This is so important for the child who has never experienced unconditional love and regard from a father, and it can be life changing. For some children, their adoptive dad is the first positive male role model they have experienced, and the establishment of trust can be a slow process. As Carl said, “Trust is a two-way street. You earn a child’s trust by showing them you trust them and are there for them when they need you.”

For some adoptive fathers, Father’s Day may be an uncomfortable reminder that there is another father out there to whom their child is attached. There are many ways that both fathers can be honored and acknowledged, without feeling challenging to the relationship that adoptive fathers have with their children. The best situation is, as Oskar said, balance in the relationship with the child’s birth family.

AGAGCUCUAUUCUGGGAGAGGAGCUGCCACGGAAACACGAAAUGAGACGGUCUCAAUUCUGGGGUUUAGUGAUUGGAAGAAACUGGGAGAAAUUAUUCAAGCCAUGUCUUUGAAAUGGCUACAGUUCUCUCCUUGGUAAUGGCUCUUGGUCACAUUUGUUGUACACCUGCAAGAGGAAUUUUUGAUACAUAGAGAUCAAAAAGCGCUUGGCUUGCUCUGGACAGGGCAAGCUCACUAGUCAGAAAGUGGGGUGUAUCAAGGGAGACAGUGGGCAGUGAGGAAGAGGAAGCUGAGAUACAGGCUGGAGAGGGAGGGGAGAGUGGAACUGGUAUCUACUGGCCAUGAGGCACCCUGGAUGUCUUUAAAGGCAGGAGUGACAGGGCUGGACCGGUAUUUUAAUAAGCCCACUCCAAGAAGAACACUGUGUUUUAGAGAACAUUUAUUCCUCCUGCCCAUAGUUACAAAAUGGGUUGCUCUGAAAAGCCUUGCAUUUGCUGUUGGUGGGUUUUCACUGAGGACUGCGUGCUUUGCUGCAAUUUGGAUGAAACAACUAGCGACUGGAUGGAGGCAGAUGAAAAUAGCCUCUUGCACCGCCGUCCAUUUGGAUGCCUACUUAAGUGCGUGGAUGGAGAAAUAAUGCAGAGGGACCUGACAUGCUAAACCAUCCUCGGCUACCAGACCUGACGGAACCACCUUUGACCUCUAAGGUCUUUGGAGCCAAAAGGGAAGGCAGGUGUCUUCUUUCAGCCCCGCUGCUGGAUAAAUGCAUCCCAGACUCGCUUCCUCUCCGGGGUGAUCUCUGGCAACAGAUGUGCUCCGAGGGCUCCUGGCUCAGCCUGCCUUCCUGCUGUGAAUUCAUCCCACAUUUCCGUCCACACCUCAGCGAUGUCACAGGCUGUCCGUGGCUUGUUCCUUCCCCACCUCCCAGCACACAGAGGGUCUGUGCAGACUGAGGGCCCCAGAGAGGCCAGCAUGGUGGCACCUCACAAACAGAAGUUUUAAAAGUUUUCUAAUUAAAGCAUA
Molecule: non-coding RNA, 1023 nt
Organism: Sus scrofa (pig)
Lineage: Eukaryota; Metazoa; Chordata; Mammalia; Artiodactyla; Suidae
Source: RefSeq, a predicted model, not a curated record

Children bring their past relationships with them, whether they are memories or fantasies. Many children hold the memory of their birth father close, and acknowledgement of that relationship is important on this day. Other children may never have known their birth father but have questions that rise to the surface on Father’s Day.